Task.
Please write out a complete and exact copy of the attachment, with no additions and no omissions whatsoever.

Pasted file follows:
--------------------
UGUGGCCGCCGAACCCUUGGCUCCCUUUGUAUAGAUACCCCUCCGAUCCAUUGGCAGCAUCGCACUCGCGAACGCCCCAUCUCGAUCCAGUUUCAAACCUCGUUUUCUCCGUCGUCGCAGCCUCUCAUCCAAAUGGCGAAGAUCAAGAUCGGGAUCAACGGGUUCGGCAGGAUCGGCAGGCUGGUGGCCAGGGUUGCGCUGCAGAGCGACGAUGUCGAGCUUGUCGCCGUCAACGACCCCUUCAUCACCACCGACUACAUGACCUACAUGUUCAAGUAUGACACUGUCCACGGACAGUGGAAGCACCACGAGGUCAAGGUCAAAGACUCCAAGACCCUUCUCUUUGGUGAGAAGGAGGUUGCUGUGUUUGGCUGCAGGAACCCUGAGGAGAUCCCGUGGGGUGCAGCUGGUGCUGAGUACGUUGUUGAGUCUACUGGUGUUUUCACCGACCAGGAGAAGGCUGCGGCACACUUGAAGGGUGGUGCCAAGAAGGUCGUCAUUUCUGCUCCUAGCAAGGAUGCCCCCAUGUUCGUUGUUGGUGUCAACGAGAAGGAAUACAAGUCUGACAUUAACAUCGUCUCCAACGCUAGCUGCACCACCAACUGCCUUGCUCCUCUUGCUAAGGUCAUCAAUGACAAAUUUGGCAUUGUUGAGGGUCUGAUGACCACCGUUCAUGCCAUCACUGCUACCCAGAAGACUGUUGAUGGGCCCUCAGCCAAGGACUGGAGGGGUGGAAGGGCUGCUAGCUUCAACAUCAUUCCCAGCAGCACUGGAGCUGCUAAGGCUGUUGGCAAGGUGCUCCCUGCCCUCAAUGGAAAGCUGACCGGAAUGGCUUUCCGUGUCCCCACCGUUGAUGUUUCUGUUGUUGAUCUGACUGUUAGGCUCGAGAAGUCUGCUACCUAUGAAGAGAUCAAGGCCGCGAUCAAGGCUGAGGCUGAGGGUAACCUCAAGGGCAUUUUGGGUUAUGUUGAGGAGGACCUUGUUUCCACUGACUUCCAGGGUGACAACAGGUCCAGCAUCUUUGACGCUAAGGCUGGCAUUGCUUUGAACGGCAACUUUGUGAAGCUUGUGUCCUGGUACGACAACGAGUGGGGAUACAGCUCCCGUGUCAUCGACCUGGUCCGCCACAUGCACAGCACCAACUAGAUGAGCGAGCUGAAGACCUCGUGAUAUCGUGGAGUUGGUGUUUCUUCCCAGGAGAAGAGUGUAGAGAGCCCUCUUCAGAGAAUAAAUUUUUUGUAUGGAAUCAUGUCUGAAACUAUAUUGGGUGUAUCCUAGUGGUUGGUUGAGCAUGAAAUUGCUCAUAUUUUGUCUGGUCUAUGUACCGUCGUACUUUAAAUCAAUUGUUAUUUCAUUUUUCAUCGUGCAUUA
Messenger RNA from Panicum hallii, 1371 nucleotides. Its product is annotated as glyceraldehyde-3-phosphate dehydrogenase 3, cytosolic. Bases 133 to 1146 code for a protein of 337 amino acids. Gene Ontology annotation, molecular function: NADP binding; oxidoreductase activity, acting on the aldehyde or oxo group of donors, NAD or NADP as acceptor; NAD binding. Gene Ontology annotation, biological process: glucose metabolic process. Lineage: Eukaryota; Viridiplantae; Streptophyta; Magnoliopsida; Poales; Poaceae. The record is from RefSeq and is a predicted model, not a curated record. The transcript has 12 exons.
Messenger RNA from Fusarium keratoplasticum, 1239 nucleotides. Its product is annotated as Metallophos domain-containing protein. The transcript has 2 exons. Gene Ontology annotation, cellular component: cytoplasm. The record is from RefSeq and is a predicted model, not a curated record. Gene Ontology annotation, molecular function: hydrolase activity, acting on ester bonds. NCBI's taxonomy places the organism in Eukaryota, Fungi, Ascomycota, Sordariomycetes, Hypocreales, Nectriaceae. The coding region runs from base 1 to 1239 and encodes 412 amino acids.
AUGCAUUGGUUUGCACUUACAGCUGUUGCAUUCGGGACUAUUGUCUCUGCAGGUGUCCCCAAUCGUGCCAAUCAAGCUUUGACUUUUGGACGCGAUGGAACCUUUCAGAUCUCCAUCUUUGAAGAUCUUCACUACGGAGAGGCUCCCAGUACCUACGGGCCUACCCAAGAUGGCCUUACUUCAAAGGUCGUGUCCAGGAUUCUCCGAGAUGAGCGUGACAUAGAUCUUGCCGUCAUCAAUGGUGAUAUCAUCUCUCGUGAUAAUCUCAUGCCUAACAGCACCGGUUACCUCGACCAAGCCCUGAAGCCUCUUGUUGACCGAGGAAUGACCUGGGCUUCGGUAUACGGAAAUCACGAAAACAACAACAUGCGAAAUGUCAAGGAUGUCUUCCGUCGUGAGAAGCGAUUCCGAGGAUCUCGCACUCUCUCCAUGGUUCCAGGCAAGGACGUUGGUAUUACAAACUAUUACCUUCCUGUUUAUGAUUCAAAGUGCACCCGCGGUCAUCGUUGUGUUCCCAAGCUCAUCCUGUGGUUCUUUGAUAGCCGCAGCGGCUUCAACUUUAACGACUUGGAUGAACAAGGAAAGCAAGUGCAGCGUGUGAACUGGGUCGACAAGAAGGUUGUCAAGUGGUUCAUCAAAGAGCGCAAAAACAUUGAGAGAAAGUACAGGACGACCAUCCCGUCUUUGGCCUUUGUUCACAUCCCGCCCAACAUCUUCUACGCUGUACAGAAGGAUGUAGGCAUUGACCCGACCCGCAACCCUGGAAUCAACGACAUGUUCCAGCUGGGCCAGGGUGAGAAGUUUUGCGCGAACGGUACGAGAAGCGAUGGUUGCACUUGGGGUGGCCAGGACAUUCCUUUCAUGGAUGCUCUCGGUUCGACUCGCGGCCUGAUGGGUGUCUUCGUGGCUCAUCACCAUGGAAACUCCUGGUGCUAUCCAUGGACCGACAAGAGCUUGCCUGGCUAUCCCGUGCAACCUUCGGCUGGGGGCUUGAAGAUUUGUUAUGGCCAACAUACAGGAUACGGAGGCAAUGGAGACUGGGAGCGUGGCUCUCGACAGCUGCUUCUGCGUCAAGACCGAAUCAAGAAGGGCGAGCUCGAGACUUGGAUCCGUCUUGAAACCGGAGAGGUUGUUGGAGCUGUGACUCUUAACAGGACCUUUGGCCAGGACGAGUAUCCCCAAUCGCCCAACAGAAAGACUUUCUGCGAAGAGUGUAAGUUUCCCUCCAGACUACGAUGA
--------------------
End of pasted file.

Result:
UGUGGCCGCCGAACCCUUGGCUCCCUUUGUAUAGAUACCCCUCCGAUCCAUUGGCAGCAUCGCACUCGCGAACGCCCCAUCUCGAUCCAGUUUCAAACCUCGUUUUCUCCGUCGUCGCAGCCUCUCAUCCAAAUGGCGAAGAUCAAGAUCGGGAUCAACGGGUUCGGCAGGAUCGGCAGGCUGGUGGCCAGGGUUGCGCUGCAGAGCGACGAUGUCGAGCUUGUCGCCGUCAACGACCCCUUCAUCACCACCGACUACAUGACCUACAUGUUCAAGUAUGACACUGUCCACGGACAGUGGAAGCACCACGAGGUCAAGGUCAAAGACUCCAAGACCCUUCUCUUUGGUGAGAAGGAGGUUGCUGUGUUUGGCUGCAGGAACCCUGAGGAGAUCCCGUGGGGUGCAGCUGGUGCUGAGUACGUUGUUGAGUCUACUGGUGUUUUCACCGACCAGGAGAAGGCUGCGGCACACUUGAAGGGUGGUGCCAAGAAGGUCGUCAUUUCUGCUCCUAGCAAGGAUGCCCCCAUGUUCGUUGUUGGUGUCAACGAGAAGGAAUACAAGUCUGACAUUAACAUCGUCUCCAACGCUAGCUGCACCACCAACUGCCUUGCUCCUCUUGCUAAGGUCAUCAAUGACAAAUUUGGCAUUGUUGAGGGUCUGAUGACCACCGUUCAUGCCAUCACUGCUACCCAGAAGACUGUUGAUGGGCCCUCAGCCAAGGACUGGAGGGGUGGAAGGGCUGCUAGCUUCAACAUCAUUCCCAGCAGCACUGGAGCUGCUAAGGCUGUUGGCAAGGUGCUCCCUGCCCUCAAUGGAAAGCUGACCGGAAUGGCUUUCCGUGUCCCCACCGUUGAUGUUUCUGUUGUUGAUCUGACUGUUAGGCUCGAGAAGUCUGCUACCUAUGAAGAGAUCAAGGCCGCGAUCAAGGCUGAGGCUGAGGGUAACCUCAAGGGCAUUUUGGGUUAUGUUGAGGAGGACCUUGUUUCCACUGACUUCCAGGGUGACAACAGGUCCAGCAUCUUUGACGCUAAGGCUGGCAUUGCUUUGAACGGCAACUUUGUGAAGCUUGUGUCCUGGUACGACAACGAGUGGGGAUACAGCUCCCGUGUCAUCGACCUGGUCCGCCACAUGCACAGCACCAACUAGAUGAGCGAGCUGAAGACCUCGUGAUAUCGUGGAGUUGGUGUUUCUUCCCAGGAGAAGAGUGUAGAGAGCCCUCUUCAGAGAAUAAAUUUUUUGUAUGGAAUCAUGUCUGAAACUAUAUUGGGUGUAUCCUAGUGGUUGGUUGAGCAUGAAAUUGCUCAUAUUUUGUCUGGUCUAUGUACCGUCGUACUUUAAAUCAAUUGUUAUUUCAUUUUUCAUCGUGCAUUA
Messenger RNA from Panicum hallii, 1371 nucleotides. Its product is annotated as glyceraldehyde-3-phosphate dehydrogenase 3, cytosolic. Bases 133 to 1146 code for a protein of 337 amino acids. Gene Ontology annotation, molecular function: NADP binding; oxidoreductase activity, acting on the aldehyde or oxo group of donors, NAD or NADP as acceptor; NAD binding. Gene Ontology annotation, biological process: glucose metabolic process. Lineage: Eukaryota; Viridiplantae; Streptophyta; Magnoliopsida; Poales; Poaceae. The record is from RefSeq and is a predicted model, not a curated record. The transcript has 12 exons.
Messenger RNA from Fusarium keratoplasticum, 1239 nucleotides. Its product is annotated as Metallophos domain-containing protein. The transcript has 2 exons. Gene Ontology annotation, cellular component: cytoplasm. The record is from RefSeq and is a predicted model, not a curated record. Gene Ontology annotation, molecular function: hydrolase activity, acting on ester bonds. NCBI's taxonomy places the organism in Eukaryota, Fungi, Ascomycota, Sordariomycetes, Hypocreales, Nectriaceae. The coding region runs from base 1 to 1239 and encodes 412 amino acids.
AUGCAUUGGUUUGCACUUACAGCUGUUGCAUUCGGGACUAUUGUCUCUGCAGGUGUCCCCAAUCGUGCCAAUCAAGCUUUGACUUUUGGACGCGAUGGAACCUUUCAGAUCUCCAUCUUUGAAGAUCUUCACUACGGAGAGGCUCCCAGUACCUACGGGCCUACCCAAGAUGGCCUUACUUCAAAGGUCGUGUCCAGGAUUCUCCGAGAUGAGCGUGACAUAGAUCUUGCCGUCAUCAAUGGUGAUAUCAUCUCUCGUGAUAAUCUCAUGCCUAACAGCACCGGUUACCUCGACCAAGCCCUGAAGCCUCUUGUUGACCGAGGAAUGACCUGGGCUUCGGUAUACGGAAAUCACGAAAACAACAACAUGCGAAAUGUCAAGGAUGUCUUCCGUCGUGAGAAGCGAUUCCGAGGAUCUCGCACUCUCUCCAUGGUUCCAGGCAAGGACGUUGGUAUUACAAACUAUUACCUUCCUGUUUAUGAUUCAAAGUGCACCCGCGGUCAUCGUUGUGUUCCCAAGCUCAUCCUGUGGUUCUUUGAUAGCCGCAGCGGCUUCAACUUUAACGACUUGGAUGAACAAGGAAAGCAAGUGCAGCGUGUGAACUGGGUCGACAAGAAGGUUGUCAAGUGGUUCAUCAAAGAGCGCAAAAACAUUGAGAGAAAGUACAGGACGACCAUCCCGUCUUUGGCCUUUGUUCACAUCCCGCCCAACAUCUUCUACGCUGUACAGAAGGAUGUAGGCAUUGACCCGACCCGCAACCCUGGAAUCAACGACAUGUUCCAGCUGGGCCAGGGUGAGAAGUUUUGCGCGAACGGUACGAGAAGCGAUGGUUGCACUUGGGGUGGCCAGGACAUUCCUUUCAUGGAUGCUCUCGGUUCGACUCGCGGCCUGAUGGGUGUCUUCGUGGCUCAUCACCAUGGAAACUCCUGGUGCUAUCCAUGGACCGACAAGAGCUUGCCUGGCUAUCCCGUGCAACCUUCGGCUGGGGGCUUGAAGAUUUGUUAUGGCCAACAUACAGGAUACGGAGGCAAUGGAGACUGGGAGCGUGGCUCUCGACAGCUGCUUCUGCGUCAAGACCGAAUCAAGAAGGGCGAGCUCGAGACUUGGAUCCGUCUUGAAACCGGAGAGGUUGUUGGAGCUGUGACUCUUAACAGGACCUUUGGCCAGGACGAGUAUCCCCAAUCGCCCAACAGAAAGACUUUCUGCGAAGAGUGUAAGUUUCCCUCCAGACUACGAUGA